How did the sakoku policy apply to the Ryukyu Kingdom?

Sep 2018
52
transitory
#1
In 1846, the missionary Bernard Bettelheim arrived in Okinawa on a British ship. Obviously the conditions of his stay there were very complicated and unwelcome, but the fact that he arrived there on a western ship almost a decade before Commodore Perry opened Japan to the west made me wonder, how open was the Ryukyu Kingdom to western maritime traffic during the sakoku era?

I know it was not formally part of Japan at this time, but I also know the Satsuma domain had significant influence over its affairs. I've heard they used the Ryukyu kingdom for trade with China, but I don't know if western trade or maritime provisioning was conducted there before Perrys arrival in Japan. Can someone here provide some answers?
 

specul8

Ad Honorem
Oct 2016
2,189
Australia
#2
Up until around 1800 I believe it was just the Chinese and Japanese visiting and trading - I have heard that at times the Okinawans would have the Chinese secreted in a back room, while they did business with the Japanese 'officially' . Most other visitors seem to have been exploratory or accidental, there does not seem to have been trade or provisioning from the earlier western ships .

1797 British survey ship HMS Providence (Captain William Robert Broughton), Shipwrecked off the coast of the Miyako- Tarama Islands. In the same year the ship headed into Naha Harbor. "A Voyage of Discovery to the North Pacific Ocean" by William Robert Broughton, 1804

1803 British ship HMS Frederick made landfall at Naha Harbor.

1816 British ships Lyra and Alceste arrive in the Ryukyus and stay 42 days. "Account of a Voyage of Discovery to the West Coast of Corea, and the Great Loo-choo Island" London, 1818

1827 British ship HMS Blossom (Captain Frederick Beechey) arrived in the Ryukyus. "Narrative of a Voyage to the Pacific and Beering's Strait" Published 1831

1832 British ship HMS Rodomasuto drifts ashore in the Ryukyus.

1843 British Navy Vessel HMS Samarang makes a land survey of Miyako and Yaeyama Islands. "Narrative Voyage of the HMS Samarang, Published in 1848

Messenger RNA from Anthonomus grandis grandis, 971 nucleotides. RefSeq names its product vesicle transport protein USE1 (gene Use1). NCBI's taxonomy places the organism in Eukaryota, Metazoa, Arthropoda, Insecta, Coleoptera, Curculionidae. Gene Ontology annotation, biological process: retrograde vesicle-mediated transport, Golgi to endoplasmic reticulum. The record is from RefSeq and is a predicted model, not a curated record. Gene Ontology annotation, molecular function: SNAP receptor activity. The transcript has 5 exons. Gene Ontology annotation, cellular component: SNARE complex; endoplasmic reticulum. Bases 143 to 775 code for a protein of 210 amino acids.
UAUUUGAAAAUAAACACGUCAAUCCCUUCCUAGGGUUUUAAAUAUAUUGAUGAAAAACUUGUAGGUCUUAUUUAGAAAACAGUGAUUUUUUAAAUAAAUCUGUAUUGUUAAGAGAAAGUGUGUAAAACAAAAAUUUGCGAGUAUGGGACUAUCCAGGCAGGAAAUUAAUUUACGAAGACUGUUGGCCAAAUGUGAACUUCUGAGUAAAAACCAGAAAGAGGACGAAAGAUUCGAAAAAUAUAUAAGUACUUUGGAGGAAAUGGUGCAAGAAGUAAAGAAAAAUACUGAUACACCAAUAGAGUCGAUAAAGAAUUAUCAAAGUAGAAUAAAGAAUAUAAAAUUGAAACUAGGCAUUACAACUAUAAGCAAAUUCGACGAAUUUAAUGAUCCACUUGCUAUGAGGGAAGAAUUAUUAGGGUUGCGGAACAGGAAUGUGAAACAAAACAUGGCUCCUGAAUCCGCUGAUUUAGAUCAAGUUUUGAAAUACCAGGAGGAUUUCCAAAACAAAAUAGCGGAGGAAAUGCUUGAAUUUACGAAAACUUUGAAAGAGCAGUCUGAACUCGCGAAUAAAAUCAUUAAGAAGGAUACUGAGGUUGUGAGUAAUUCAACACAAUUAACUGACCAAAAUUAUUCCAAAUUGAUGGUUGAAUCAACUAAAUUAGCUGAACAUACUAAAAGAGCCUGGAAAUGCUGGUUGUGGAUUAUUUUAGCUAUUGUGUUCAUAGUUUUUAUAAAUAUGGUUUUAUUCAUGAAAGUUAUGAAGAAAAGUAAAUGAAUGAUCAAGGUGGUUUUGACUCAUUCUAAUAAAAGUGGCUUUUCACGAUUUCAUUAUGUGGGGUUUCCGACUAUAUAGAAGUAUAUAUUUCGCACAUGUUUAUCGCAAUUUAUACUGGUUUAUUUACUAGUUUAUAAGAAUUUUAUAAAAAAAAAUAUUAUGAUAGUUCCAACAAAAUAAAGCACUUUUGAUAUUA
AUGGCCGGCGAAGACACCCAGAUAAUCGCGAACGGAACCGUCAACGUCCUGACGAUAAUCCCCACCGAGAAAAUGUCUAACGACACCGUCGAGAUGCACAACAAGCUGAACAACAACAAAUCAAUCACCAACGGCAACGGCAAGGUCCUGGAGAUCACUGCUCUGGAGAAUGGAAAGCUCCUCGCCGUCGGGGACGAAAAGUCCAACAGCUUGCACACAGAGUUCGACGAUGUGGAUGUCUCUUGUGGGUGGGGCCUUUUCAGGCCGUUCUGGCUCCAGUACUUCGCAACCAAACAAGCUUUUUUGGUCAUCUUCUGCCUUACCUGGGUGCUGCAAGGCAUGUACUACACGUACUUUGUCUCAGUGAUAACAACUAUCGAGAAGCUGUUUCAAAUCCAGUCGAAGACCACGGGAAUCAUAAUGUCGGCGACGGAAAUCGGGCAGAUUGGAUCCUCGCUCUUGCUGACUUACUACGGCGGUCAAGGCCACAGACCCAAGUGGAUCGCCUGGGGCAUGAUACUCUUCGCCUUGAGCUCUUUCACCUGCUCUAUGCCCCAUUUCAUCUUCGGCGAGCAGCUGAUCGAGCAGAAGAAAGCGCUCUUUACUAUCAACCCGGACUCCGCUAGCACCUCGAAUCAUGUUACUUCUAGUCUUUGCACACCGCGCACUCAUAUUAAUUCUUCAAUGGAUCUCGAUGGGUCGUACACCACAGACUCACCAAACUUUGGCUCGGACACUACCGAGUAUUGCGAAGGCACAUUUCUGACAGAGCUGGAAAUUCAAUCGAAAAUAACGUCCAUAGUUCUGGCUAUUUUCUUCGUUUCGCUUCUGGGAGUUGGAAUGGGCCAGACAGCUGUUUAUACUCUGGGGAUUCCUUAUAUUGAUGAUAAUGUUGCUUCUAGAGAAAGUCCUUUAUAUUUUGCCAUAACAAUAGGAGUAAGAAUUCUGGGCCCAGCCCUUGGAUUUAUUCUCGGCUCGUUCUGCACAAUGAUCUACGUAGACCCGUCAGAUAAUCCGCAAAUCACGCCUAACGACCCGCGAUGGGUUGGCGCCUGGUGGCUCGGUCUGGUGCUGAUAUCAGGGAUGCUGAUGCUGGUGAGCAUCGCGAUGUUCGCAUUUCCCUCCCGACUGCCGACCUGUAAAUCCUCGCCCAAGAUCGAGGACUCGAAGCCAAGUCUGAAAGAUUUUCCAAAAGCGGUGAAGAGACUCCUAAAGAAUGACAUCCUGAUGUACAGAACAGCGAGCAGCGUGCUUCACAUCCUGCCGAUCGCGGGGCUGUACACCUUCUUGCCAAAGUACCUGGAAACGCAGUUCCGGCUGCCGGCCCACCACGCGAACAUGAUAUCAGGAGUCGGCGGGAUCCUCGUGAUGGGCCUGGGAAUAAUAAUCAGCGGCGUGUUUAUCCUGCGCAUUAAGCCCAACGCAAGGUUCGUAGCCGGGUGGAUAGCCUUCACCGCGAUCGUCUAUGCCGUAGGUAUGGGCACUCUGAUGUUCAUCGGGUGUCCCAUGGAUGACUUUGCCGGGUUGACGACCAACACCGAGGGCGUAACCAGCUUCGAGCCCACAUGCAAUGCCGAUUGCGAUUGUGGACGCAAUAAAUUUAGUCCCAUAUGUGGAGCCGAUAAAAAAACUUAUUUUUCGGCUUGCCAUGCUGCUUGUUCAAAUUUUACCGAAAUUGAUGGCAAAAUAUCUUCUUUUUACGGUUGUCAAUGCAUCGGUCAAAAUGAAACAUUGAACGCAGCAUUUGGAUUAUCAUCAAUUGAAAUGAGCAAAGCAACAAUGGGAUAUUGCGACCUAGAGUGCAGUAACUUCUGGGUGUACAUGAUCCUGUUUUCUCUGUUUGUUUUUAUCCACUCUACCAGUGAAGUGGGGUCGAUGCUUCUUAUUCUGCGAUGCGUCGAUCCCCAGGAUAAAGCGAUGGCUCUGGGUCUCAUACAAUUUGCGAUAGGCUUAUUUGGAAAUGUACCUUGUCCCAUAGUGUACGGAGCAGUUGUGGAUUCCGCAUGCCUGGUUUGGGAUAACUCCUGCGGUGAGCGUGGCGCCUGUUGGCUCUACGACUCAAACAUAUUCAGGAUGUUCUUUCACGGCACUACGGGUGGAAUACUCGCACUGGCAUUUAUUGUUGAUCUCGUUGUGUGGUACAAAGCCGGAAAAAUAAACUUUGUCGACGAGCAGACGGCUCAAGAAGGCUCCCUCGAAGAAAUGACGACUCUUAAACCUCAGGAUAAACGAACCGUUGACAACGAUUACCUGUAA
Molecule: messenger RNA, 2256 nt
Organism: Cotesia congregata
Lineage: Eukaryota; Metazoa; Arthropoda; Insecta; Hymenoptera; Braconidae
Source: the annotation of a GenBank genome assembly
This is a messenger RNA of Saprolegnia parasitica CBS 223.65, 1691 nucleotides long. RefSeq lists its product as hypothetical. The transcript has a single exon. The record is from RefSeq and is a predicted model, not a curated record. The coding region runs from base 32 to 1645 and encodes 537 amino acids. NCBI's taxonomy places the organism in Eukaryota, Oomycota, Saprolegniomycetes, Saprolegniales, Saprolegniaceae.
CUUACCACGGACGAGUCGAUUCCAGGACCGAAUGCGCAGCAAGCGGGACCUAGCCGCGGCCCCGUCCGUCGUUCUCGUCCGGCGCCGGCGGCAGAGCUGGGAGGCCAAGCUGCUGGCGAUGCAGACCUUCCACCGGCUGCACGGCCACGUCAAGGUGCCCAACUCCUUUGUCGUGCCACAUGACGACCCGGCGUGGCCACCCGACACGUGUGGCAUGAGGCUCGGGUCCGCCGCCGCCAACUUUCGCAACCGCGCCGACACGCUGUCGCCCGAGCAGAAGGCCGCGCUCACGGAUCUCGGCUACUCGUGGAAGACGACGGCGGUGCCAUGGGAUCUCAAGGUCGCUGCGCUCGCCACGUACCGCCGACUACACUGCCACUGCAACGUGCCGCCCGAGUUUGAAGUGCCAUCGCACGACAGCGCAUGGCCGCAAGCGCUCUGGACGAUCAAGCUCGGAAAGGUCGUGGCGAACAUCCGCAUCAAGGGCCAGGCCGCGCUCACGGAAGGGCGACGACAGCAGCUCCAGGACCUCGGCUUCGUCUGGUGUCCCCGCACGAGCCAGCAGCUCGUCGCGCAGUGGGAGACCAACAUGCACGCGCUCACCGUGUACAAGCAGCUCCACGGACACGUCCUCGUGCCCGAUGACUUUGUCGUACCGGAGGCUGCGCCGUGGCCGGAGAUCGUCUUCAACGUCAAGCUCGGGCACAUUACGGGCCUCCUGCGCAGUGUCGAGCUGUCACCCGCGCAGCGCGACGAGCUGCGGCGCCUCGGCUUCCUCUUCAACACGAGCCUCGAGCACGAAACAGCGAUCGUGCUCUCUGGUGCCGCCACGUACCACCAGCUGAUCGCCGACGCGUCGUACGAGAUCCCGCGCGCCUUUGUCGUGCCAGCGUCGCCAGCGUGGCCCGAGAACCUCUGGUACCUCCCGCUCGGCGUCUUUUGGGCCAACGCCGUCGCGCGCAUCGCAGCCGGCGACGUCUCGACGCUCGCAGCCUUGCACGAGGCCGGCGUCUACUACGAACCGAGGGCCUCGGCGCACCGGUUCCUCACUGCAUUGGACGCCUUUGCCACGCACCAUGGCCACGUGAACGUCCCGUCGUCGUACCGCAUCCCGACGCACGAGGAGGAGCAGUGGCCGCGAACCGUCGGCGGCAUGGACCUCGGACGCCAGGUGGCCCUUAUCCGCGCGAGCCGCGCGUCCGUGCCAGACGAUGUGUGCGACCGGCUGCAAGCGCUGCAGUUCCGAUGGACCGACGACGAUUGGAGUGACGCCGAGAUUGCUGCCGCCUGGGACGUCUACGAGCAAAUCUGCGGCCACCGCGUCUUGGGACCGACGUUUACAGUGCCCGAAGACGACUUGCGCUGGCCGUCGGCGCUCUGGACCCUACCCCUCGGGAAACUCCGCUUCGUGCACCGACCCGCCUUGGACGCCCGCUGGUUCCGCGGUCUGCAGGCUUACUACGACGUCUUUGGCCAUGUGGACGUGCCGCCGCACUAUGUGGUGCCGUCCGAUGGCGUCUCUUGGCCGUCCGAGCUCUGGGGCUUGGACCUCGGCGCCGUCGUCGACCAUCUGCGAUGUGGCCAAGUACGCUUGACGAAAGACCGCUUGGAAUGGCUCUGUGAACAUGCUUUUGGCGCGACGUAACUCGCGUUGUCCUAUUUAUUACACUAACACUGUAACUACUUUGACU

1844 French Navy ship Alcmene sails into Naha Harbor seeking friendly relations and trade. Entrusting that a reply to request for trade will be issued to the following ship to call in the Ryukyus, the ship sails on to China leaving behind the missionary Theodore Augustine Focade.

1846 British ship HMS Starling made landfall at Naha Harbor. The English missionary Barnard Bettelheim arrives in the Ryukyus for an 8-year stay. French ship Sabine lands in Naha with Pierre-Julien Le Turdu, successor to Focade. Later the French ships Cleopatoru and Victorious arrive at Unten Harbor seeking reply to the request made in 1844 for friendship and trade relations. They were refused by the Ryukyuans. Visit to Naha of three British fleet vessels. Consent was granted for the start of trade between the Satsuma Han and France.

1847 Ships from western nations visit the Kume-jima, Miyako, Yaeyama and Yonaguni Islands.

1849 British ships arrive requesting commercial relations. . Ships from foreign counties arrive in the Kume-jima and Miyako Islands.

1850 British ship HMS Renard arrives.

1851 John Manjiro, one of the first Japanese travelers to America arrives. Foreign vessels visit shore in the Ryukyus.

1852 American ship USS Robert Bonn is cast ashore with Chinese laborers.

1853 United States Commodore M.C. Perry arrives in Naha on the Susquehanna and three other ships. Requests are made for free trade with the Ryukyus

Okinawa's History
 
Last edited:
Sep 2018
52
transitory
#3
Thank you for the reply. I'm surprised to see so many western visits to the islands prior to the 1850s. Do you know what sort of regulations were in place in the Ryukyus regarding interactions between locals with these foreigners? It seems, from some examples listed there, that western nations did not yet have official trade relations with the Ryukyu Kingdom, was this due to official prohibitions by the local authorities? Also what about provisioning? Were there regulations in place preventing the sale of supplies by locals to foreign ships?
 

specul8

Ad Honorem
Oct 2016
2,189
Australia
#4
Nope, sorry. I know they where often in a tight spot between Chinese and Japanese but little about local regulations regarding foreigners .
 

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